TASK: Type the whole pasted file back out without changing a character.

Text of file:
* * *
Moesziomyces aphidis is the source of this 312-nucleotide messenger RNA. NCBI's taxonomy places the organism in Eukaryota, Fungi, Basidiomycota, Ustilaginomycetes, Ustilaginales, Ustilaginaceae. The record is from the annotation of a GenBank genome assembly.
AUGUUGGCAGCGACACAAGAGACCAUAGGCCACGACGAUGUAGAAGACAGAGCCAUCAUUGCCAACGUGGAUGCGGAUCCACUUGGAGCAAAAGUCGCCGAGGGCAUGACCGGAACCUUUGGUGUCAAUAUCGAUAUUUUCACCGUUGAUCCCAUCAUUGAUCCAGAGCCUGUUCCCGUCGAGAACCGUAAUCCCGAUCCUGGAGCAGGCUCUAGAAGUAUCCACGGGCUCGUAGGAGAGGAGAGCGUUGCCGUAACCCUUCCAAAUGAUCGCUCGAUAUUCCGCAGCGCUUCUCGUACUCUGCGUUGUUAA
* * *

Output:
Moesziomyces aphidis is the source of this 312-nucleotide messenger RNA. NCBI's taxonomy places the organism in Eukaryota, Fungi, Basidiomycota, Ustilaginomycetes, Ustilaginales, Ustilaginaceae. The record is from the annotation of a GenBank genome assembly.
AUGUUGGCAGCGACACAAGAGACCAUAGGCCACGACGAUGUAGAAGACAGAGCCAUCAUUGCCAACGUGGAUGCGGAUCCACUUGGAGCAAAAGUCGCCGAGGGCAUGACCGGAACCUUUGGUGUCAAUAUCGAUAUUUUCACCGUUGAUCCCAUCAUUGAUCCAGAGCCUGUUCCCGUCGAGAACCGUAAUCCCGAUCCUGGAGCAGGCUCUAGAAGUAUCCACGGGCUCGUAGGAGAGGAGAGCGUUGCCGUAACCCUUCCAAAUGAUCGCUCGAUAUUCCGCAGCGCUUCUCGUACUCUGCGUUGUUAA